I find I am at my most patient early in the morning. At about 8am, maybe 9am, I begin to write the first draft of a chapter. This is always quite a rough draft, but it gives the whole chapter direction. By about 11am every morning, I have the first, rough draft of a chapter on paper. I’ll leave that for a while before coming back to it after lunch and I will refine and define that chapter until it’s clean. Once I have a first draft of my novel complete, using this method (which takes about 5-6 months), I then go back over each Point of View character-by-character. My books will always be from the point of view of multiple characters. I felt I had to get creative trying to nail a distinctive voice for each of them. So I concocted a Spotify playlist based on the personality of each character and played that for a couple of week while tried to nail their voice. I’m almost at that stage with my second book. It’s an interesting process. I really enjoy it.

 

4.      Are there characters in your books based on people you know? If they've read it, did they recognise themselves?

None of the four guys in Midday are close to any one person I know. But there are parts of people know in each of them. There’s even a bit of me in a few of the characters. A lot of my books will involve inner monologues, inner feelings, so when I deem it necessary that a character would view the world similar to me, or similar to a friend of mine, then I will include it. But conceiving characters is most of the fun of being a writer. So I don’t think I’d have as much fun if I copied a person I know. Though having said that, I go close to the bone on that one in Midday’s follow up. It wasn’t meant to happen but the more that the character evolved, the more I thought, ‘sh*t this is [person I know’s name goes here] isn’t it?’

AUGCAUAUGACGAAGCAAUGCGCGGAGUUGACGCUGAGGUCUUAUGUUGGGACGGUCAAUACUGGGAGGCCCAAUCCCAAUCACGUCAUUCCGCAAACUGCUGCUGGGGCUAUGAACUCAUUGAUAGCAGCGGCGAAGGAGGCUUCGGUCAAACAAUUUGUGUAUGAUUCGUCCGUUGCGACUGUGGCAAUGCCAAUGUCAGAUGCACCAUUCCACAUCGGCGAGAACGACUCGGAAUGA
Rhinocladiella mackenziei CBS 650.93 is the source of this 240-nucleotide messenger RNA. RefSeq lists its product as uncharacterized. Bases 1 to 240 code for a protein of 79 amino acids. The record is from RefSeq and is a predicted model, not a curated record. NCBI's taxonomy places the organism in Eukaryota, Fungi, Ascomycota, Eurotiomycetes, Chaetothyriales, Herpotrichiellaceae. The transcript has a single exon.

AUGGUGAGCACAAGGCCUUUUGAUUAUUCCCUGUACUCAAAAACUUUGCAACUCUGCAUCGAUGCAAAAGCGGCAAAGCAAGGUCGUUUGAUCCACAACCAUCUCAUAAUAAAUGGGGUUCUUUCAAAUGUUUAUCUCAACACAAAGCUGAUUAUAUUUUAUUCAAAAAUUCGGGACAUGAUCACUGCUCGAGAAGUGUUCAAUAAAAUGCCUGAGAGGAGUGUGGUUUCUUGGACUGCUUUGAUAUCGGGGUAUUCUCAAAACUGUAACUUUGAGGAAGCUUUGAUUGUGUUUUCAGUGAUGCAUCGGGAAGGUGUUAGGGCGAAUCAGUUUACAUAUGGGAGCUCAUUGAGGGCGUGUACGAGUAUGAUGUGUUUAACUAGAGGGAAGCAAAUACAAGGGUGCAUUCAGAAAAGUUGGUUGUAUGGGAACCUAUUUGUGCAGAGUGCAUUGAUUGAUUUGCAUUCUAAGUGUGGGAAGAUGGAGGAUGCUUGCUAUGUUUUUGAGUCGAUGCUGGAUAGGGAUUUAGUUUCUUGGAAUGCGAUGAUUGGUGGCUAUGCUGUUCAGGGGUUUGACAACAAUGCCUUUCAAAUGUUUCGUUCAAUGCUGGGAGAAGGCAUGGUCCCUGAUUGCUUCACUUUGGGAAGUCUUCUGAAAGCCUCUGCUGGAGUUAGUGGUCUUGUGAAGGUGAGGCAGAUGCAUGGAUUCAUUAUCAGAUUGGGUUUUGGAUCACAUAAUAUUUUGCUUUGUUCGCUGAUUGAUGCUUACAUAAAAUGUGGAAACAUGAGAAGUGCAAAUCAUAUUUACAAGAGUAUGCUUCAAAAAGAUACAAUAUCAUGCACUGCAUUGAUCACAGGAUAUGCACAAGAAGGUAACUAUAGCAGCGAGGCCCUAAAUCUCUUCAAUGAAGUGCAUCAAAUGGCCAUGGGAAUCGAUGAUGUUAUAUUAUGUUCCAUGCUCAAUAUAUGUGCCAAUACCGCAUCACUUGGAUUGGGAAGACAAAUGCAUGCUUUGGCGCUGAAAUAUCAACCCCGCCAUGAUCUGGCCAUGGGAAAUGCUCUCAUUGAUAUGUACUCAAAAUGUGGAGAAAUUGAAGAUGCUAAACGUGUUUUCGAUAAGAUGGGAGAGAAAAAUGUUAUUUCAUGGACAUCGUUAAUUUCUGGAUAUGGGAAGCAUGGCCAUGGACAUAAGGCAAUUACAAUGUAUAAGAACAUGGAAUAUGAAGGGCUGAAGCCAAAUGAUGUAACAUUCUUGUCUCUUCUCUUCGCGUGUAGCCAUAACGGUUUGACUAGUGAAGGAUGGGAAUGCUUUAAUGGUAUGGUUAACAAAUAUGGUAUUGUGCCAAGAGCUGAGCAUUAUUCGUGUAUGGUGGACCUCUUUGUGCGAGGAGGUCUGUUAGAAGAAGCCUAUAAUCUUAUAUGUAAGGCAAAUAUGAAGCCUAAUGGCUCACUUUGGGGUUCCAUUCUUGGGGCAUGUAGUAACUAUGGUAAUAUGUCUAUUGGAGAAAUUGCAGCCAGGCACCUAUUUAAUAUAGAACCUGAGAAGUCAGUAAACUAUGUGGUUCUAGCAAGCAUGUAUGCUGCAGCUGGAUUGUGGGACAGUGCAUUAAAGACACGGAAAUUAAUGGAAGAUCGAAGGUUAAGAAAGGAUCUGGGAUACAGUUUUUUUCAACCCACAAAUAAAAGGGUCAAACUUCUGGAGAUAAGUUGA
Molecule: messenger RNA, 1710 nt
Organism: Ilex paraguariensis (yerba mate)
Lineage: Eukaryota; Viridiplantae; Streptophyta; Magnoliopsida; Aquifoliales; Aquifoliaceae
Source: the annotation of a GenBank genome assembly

5.      Can you tell us about your work in progress/next book idea?

My follow up book will follow a very similar narrative to Midday, though it is a totally different premise, much different to Midday. But – just like Midday – there will be a deadline to meet and each chapter will start with a time of the day and a different character whose head you are about to enter. There will be some links in each of my first three books that tie the three stories together, but they are all very subtle, and I have to admit I would be over the moon if I anybody ever noticed them and mentioned them to me.

 

6.       Thank you David, for taking part in my questionnaire, can I please ask one final question?

I don’t want to give anything away about Midday before release day.  So if it was turned in to a film, who would you want to play each of the main characters and why?

 

Funnily enough, in my very first draft of Midday, I had the great actor Michael Kelly (Doug in House of Cards) in my head as Vincent. But he was the only character who had an ‘actors’ face in my mind. I guess Jack is a handsome fifty-year-old, so an Alec Baldwin-type would be ideal to play him. Toby Maguire would make a very interesting Ryan while we’d have to hold auditions to find a suitable Darragh – a rough Corkonian who is only twenty years of age … I don’t think I know an actor who could play Darragh. We’ll have to hold auditions. I don’t know why I’ve gone with three American actors to play the three Dublin characters, though. Look at me, my first book hasn’t even come out yet and you’ve made me go all Hollywood.